By Erica Quinones
Interim President of the College Dr. Wayne Powell introduced the campus community to the Washington College History Project in a Sept. 3 email.
The WC History Project was created by former President of the College Kurt Landgraf, partially in response to national conversations on racial justice, but also building on the College’s ongoing recognition of its complex history regarding its relationship to race, according to Chief of Staff and Chair of the WC History Project Victor Sensenig.
As such, the Project’s mission states that it is dedicated to, as Dr. Powell wrote, studying the College’s “historical connection to enslavement and race-based discrimination, [acknowledging] this history through public statements and actions, and [working] for reconciliation and change in our campus culture in response to this historical legacy.”
This three-part mission statement thus aligned itself into three sub-groups of the wider project: Find, Acknowledge, and Reconcile.
The Find sub-group focuses on uncovering the College’s history regarding race. Much of this work was already occurring in programs like the Chesapeake Heartland: An African American Humanities Project and the research of Arthur A. and Elizabeth R. Knapp Professor of American History and Chair of the Find Committee Dr. Carol Wilson.
Rather than blazing new trails, as Sensenig said, the Project brings to light and consolidates the ongoing research to tell the stories they uncover in a coherent manner.
The history the Project sheds light on is both ugly and more positive, according to Hodson Trust-Griswold Director of the Starr Center for the Study of the American Experience Adam Goodheart.
The ugliness includes the facts that WC was founded largely by slaveholders and income from slave-labor. The College sold enslaved people at least once, and the College was officially racially segregated until the late 1950s — after the 1954 Brown v. The Board of Education of Topeka decision. In many ways, according to Goodheart, the history of WC is bound in the history of white supremacy.
This sentiment was shared by sophomore Queen Cornish, a student researcher who examined the wills and probates of WC’s founding fathers in Dr. Wilson’s course, HIS 297: Independent Study of Slavery at WC.
Cornish said that seeing human beings included in the inventory of a will with candlesticks and pillows was jarring, but uncovering this history was not surprising for her.
Before attending WC, she researched the College. Because it was founded in 1782 and most donors were plantation owners, she knew the College was connected to the birth of white supremacy in the United States.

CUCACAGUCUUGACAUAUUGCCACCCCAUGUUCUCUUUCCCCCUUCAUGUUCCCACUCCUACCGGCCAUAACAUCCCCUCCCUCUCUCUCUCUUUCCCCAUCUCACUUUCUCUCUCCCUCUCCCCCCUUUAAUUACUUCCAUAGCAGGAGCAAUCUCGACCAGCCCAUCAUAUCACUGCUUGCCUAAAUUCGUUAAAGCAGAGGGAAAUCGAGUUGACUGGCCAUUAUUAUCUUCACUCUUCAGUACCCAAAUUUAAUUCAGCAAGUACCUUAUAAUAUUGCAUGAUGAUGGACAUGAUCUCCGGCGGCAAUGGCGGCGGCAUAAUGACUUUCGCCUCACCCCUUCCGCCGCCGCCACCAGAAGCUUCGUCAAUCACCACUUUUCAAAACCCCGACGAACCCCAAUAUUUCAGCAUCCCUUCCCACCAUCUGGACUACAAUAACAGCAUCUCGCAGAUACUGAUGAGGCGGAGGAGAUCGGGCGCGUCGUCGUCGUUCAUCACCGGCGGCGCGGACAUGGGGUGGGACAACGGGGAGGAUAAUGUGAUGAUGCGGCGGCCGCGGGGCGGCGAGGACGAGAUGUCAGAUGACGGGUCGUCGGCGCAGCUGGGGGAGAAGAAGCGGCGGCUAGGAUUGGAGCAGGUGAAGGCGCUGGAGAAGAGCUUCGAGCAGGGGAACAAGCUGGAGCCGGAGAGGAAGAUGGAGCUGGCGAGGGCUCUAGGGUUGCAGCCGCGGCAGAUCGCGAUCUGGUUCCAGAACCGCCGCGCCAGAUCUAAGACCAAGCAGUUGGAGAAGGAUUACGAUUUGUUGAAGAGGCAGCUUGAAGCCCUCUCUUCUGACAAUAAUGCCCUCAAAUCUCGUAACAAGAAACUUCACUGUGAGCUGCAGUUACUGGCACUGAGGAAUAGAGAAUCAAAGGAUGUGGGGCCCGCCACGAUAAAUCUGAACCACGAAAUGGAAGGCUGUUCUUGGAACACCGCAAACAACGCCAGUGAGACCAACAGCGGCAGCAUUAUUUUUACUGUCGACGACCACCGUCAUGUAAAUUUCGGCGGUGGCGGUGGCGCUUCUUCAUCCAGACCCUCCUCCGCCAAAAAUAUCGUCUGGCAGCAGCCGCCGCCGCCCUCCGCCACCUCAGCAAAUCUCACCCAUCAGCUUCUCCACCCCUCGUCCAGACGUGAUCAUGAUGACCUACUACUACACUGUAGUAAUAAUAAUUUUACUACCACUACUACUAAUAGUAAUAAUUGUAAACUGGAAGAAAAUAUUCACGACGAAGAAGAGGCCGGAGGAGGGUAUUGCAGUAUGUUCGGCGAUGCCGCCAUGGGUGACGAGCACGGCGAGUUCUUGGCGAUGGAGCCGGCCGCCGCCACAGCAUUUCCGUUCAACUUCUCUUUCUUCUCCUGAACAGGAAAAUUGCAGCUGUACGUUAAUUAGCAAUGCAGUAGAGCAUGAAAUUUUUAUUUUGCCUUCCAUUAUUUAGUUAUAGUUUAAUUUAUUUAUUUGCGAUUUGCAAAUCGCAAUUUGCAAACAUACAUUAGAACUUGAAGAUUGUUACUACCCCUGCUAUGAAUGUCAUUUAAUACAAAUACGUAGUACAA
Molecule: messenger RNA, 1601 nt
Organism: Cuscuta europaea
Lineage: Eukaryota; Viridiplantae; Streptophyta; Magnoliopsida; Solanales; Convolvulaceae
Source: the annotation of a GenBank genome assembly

George Washington’s presence, not only as the College’s namesake but also on their Board of Visitors and Governors, denoted a similar point for Cornish.
Washington especially is a figure of discussion for the Project, according to Sensenig, particularly regarding his history as a slave owner and role in the destruction of Native American communities.
Addressing history also means looking at the more contemporary moment.
One member of the Reconcile sub-group, Dr. Ruth Shoge, remembers the College’s more contemporary issues of diversity, equity, and inclusion.
Dr. Shoge is an associate professor emerita and the former dean of Library and Academic Technology, and first arrived in Chestertown in 1990. Since her arrival in Chestertown 30-years-ago, she has been active in influencing change at WC and continues those efforts even in retirement.
When she first came to WC, Dr. Shoge said there were only about six Black students and one other Black faculty member. Outside of the international students, she said that, “I think it is fair to say that diversity and inclusion at WC at that time was glaringly lacking.”
Since then, the College has become more diverse. However, Sensenig and Cornish said that the campus and town climates are not welcoming to all students.
Cornish said there were issues of macro- and micro-aggressions on-campus.
Be it the canceled production of The Foreigner — a play which depicted members of the Ku Klux Klan, which Cornish described as insensitive to Black, neurodivergent, and international students — or the memorializing of founders such as the first President of the College Rev. William Smith, “WC definitely has a long way to go,” Cornish said.
But the history of WC is not entirely “evil,” as Goodheart said.
Chestertown had one of the first abolitionist groups in the 1780s, and several people involved in that group were directly involved with the College.
Nearly 200-years-later, WC also stood shoulder-to-shoulder with the 1960s Civil Rights movement.
In 1990, former President of the College Dr. Chuck Trout was tasked with changing the monoculture of the College. According to Dr. Shoge, his initiatives had strong support from some faculty and staff, and measurable progress was made.
Dr. Shoge also said that over the past 29 years, she saw WC’s culture change in that they recruited a more ethnically diverse student body; changed their curriculum and programs to make them more ethnically and culturally diverse; created the Diversity Committee and Office of Intercultural Affairs; and founded minority student organizations which have since grown.
The contrast between both aspects of WC’s history with racial justice highlights both the College’s legacy of oppression and its moments of overcoming injustice, according to Goodheart.
As a member of the Project, Goodheart said it is essential to engage fully with both sides of WC’s history, but the College has not done so with either aspects of their legacy.
It is a weighty history to come to terms with and make recompense, according to Goodheart. But this Project is part of that process, recognizing that the current inequalities grow directly from the past.
The Acknowledge sub-group is the next step within the Project which engages with the history that Find uncovers, addressing how the College tells their story.